Expression Lines

The folds, creases, ridges, and grooves that comprise the expression lines are a problem for people who want to maintain a youthful appearance. Anatomists call these lines sulci (the singular of this term is sulcus). I think certain facial exercises can prevent these lines from becoming deep and pronounced. But before we get into the preventive and corrective measures, I'd like you to look closely at these folds of skin.

Ridges and grooves 

The philtral ridges are the central grooves on the external surface of the upper lip. These of course are not expression lines but they do give the mouth character. A pronounced philtrum usually means a well-defined Cupid's bow on the upper lip. The shape and definition of the philtrum is genetically determined. There is nothing that facial exercises can do to change the shape of the philtrum.

Facial exercises if done correctly and often can forestall the deepening of nasolabial, buccolabial, and mentolabial folds though. Sometimes these exercises can even reverse the deepening process. There is controversy, however, about the statement I just made. Later on I'll present a contrarian point of view by Paula Begoun who believes that facial exercise will deepen expression lines and in general will have a deteriorating effect on the face.


Take a look at this extraordinary face. This woman has shallow nasolabial folds. These folds definitely give character to her face but because they are shallow, they do not detract from her youthful appearance. Look also at her well-developed orbicularis oculi muscles - the circular muscles around the eyes. These give her an alluring, seductive appeal.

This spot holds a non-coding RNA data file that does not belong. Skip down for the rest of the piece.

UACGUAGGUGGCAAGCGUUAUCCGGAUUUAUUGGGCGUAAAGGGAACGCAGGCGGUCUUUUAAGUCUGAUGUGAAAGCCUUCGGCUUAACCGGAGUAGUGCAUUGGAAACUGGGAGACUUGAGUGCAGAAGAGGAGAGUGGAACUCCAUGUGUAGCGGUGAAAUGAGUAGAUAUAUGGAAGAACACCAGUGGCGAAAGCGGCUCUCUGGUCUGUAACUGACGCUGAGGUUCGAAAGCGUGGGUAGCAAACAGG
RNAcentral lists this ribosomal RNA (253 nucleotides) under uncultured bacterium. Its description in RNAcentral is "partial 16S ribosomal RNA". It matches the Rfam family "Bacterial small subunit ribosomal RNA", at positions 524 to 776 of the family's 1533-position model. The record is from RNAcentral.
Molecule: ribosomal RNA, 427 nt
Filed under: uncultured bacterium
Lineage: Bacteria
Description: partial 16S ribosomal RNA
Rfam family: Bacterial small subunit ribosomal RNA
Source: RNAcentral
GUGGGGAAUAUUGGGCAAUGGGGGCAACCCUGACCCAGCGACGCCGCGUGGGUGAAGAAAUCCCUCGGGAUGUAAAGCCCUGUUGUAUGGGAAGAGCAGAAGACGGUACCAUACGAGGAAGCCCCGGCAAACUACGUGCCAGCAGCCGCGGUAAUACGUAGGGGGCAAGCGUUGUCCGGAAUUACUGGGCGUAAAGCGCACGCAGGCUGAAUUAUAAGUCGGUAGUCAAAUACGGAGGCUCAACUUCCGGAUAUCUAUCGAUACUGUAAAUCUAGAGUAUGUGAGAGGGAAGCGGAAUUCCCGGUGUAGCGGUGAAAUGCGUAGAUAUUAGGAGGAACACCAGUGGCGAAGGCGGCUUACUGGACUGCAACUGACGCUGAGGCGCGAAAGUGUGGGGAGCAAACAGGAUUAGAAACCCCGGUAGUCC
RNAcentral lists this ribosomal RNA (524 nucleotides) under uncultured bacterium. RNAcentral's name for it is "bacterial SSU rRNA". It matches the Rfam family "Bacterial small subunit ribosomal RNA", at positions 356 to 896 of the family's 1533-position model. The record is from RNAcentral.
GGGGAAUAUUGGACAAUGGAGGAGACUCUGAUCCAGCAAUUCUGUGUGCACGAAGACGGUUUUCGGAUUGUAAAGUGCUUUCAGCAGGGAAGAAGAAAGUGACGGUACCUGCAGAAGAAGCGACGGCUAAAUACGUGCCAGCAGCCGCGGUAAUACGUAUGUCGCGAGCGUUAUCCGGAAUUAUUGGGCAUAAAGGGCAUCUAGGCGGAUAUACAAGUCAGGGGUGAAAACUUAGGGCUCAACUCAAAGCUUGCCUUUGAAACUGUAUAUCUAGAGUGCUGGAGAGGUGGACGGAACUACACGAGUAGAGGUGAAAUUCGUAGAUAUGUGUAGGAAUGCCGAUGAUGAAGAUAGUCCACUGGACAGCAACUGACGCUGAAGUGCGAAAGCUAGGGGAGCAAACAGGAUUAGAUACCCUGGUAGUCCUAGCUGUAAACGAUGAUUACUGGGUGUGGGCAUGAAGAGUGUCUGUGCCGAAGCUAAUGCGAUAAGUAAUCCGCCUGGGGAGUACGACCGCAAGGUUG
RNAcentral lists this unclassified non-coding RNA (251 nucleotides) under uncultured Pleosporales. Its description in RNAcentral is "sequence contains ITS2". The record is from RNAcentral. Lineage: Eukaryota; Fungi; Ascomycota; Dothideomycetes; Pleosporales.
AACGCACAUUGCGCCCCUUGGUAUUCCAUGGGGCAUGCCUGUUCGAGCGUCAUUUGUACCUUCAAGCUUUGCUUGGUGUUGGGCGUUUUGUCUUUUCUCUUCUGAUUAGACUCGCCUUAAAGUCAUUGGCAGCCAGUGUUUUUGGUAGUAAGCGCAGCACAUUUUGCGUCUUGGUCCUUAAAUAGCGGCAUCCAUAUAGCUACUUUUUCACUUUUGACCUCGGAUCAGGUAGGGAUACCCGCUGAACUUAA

And how about the Terminator? His facial muscles are so toned up that the nasolabial fold is almost invisible till he smiles. His face will probably look good till he's an old man because of a natural muscularity and a healthy life style. Give up the Cuban cigars, Arnold.


Clint Eastwood has never put on an ounce of fat. His face is lean but his nasolabial fold is distinct giving his face, at least in his "Dirty" Harry Callahan persona, a no-nonsense look. Men and (some) women respond to such faces. They command attention.

Actors who use facial muscles to express emotion - an excellent form of facial exercise - usually retain young-looking faces until late in their careers. Marlon Brando had these same lean wrinkle-free facial features till the year when he put on massive amounts of weight. Facial exercise cannot undo the ravages of excess weight. Gravity takes it toll, often with extreme rapidity, on people who gain weight. If these people then lose large amounts of weight, it might not help the face, especially after the age of thirty - the damage has already been done. But if a person keeps a reasonable body weight and keeps the facial muscles toned up, the face can continue to look relatively young into advanced age.

Too Much Expression

If a woman over 40 does a lot of physical exercise and eats low calorie meals, she'll probably have low body fat. A woman in this age group when she has low body fat usually has a loss of fat in the face too. So while her body looks great, her face might not look so great. When a woman gets below 20 percent body fat, the eyes start to look sunken-in and the smile lines get too "expressive." Take a look at women marathon runners over 40 years of age. Their abdominal muscles look fantastic but their faces look like variations of the mature Spencer Tracy. A few extra pounds helps to keep a woman's face looking young. Don't carry the few extra pounds theme to extreme though. And certainly don't engage in yo-yo dieting.


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